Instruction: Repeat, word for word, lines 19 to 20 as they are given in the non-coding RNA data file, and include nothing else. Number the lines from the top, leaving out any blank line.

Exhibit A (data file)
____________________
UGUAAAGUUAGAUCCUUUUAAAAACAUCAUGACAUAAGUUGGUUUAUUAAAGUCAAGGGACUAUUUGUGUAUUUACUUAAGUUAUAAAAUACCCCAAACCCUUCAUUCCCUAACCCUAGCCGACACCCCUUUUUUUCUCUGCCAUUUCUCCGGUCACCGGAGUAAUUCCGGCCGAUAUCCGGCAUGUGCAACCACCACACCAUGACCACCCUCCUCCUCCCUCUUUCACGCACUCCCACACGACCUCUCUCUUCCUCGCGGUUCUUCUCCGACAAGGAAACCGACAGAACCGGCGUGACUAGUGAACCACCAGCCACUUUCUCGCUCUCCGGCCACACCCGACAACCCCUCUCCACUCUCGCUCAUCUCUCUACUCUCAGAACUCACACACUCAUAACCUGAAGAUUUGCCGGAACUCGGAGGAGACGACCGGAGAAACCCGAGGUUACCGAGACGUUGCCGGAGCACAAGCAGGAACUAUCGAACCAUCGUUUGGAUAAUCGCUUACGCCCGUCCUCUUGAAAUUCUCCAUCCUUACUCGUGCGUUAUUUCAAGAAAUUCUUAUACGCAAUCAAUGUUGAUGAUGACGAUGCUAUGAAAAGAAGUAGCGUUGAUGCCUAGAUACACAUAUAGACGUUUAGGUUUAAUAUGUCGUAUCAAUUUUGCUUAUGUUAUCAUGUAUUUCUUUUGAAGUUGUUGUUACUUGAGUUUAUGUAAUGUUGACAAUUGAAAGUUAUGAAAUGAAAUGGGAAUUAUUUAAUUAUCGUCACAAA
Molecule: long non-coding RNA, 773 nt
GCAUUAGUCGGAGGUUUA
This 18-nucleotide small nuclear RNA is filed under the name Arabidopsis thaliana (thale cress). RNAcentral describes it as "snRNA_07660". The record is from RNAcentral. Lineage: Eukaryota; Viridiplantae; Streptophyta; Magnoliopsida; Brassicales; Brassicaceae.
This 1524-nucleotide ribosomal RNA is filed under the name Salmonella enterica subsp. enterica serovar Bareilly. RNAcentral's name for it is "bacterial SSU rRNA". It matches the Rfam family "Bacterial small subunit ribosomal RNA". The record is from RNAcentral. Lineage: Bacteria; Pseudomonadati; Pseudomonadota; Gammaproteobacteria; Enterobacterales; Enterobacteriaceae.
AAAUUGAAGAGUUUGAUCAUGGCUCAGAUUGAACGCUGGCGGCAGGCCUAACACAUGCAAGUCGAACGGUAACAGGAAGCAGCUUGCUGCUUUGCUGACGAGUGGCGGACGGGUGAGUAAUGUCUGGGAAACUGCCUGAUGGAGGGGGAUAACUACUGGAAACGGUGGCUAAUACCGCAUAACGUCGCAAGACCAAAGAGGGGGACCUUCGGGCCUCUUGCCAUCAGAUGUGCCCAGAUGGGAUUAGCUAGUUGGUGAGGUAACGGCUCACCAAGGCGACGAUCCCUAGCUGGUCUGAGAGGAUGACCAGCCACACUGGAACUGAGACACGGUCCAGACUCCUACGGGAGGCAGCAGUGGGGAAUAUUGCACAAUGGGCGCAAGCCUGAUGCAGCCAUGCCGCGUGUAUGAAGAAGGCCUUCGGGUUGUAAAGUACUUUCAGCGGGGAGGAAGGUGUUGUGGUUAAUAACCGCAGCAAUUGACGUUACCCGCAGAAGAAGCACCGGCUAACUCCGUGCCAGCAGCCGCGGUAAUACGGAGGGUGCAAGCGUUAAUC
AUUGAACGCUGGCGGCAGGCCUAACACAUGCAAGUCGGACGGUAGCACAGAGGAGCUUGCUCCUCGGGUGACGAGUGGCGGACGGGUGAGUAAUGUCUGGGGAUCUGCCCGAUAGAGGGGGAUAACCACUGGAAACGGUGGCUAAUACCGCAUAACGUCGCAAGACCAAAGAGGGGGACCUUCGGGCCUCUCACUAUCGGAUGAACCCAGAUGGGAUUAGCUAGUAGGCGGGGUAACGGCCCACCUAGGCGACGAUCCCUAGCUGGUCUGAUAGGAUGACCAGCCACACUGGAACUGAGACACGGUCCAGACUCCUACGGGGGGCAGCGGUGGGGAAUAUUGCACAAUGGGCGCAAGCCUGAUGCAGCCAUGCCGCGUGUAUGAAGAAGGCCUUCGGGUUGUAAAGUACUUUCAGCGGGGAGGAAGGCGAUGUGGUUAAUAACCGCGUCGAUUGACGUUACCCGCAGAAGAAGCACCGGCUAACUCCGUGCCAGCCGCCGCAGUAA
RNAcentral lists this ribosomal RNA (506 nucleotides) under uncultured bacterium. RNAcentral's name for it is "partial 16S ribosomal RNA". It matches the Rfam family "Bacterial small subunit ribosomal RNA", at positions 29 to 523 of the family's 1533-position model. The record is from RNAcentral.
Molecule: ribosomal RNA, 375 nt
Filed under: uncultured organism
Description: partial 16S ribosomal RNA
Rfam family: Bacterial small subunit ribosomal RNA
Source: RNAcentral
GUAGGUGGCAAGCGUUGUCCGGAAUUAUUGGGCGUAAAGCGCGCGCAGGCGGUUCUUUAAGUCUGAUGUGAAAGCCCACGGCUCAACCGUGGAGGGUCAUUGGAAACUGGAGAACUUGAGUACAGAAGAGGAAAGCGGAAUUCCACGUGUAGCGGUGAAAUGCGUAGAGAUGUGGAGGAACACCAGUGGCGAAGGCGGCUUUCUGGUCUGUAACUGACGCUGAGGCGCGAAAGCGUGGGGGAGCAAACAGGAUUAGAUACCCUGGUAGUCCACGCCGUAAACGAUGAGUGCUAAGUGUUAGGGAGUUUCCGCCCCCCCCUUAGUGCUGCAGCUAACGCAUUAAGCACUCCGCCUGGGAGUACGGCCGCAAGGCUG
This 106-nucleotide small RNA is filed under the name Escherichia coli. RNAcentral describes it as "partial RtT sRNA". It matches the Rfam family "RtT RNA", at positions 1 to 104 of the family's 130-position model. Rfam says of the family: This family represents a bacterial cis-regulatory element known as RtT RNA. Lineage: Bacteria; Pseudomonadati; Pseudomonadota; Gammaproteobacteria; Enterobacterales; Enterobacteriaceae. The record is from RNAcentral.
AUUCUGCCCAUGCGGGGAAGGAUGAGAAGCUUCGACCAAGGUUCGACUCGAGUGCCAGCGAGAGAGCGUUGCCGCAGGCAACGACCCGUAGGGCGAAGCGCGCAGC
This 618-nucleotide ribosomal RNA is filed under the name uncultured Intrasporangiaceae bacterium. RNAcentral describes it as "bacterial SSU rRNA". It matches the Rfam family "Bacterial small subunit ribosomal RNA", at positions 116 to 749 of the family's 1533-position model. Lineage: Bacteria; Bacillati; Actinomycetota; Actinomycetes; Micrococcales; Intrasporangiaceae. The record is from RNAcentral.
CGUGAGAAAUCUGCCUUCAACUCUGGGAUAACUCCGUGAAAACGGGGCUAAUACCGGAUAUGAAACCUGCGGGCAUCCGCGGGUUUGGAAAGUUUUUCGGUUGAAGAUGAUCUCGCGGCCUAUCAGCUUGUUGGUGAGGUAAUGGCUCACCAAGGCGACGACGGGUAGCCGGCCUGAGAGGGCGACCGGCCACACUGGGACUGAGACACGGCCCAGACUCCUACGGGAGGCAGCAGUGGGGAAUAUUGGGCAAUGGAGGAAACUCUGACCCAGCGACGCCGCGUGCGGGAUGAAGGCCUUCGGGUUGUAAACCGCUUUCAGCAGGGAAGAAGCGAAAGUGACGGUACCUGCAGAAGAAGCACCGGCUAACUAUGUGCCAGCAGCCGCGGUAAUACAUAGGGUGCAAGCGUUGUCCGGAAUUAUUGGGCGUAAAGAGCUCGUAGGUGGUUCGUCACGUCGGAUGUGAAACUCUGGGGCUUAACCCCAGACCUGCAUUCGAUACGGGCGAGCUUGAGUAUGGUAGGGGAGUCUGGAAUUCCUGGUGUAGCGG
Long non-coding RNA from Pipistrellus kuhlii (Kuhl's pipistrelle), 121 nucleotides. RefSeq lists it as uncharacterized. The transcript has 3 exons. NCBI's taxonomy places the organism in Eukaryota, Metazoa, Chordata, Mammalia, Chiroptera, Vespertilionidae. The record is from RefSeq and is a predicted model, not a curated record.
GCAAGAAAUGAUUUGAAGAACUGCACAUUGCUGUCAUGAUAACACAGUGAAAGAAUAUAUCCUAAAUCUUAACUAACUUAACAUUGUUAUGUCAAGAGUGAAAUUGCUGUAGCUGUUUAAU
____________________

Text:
Long non-coding RNA from Pipistrellus kuhlii (Kuhl's pipistrelle), 121 nucleotides. RefSeq lists it as uncharacterized. The transcript has 3 exons. NCBI's taxonomy places the organism in Eukaryota, Metazoa, Chordata, Mammalia, Chiroptera, Vespertilionidae. The record is from RefSeq and is a predicted model, not a curated record.
GCAAGAAAUGAUUUGAAGAACUGCACAUUGCUGUCAUGAUAACACAGUGAAAGAAUAUAUCCUAAAUCUUAACUAACUUAACAUUGUUAUGUCAAGAGUGAAAUUGCUGUAGCUGUUUAAU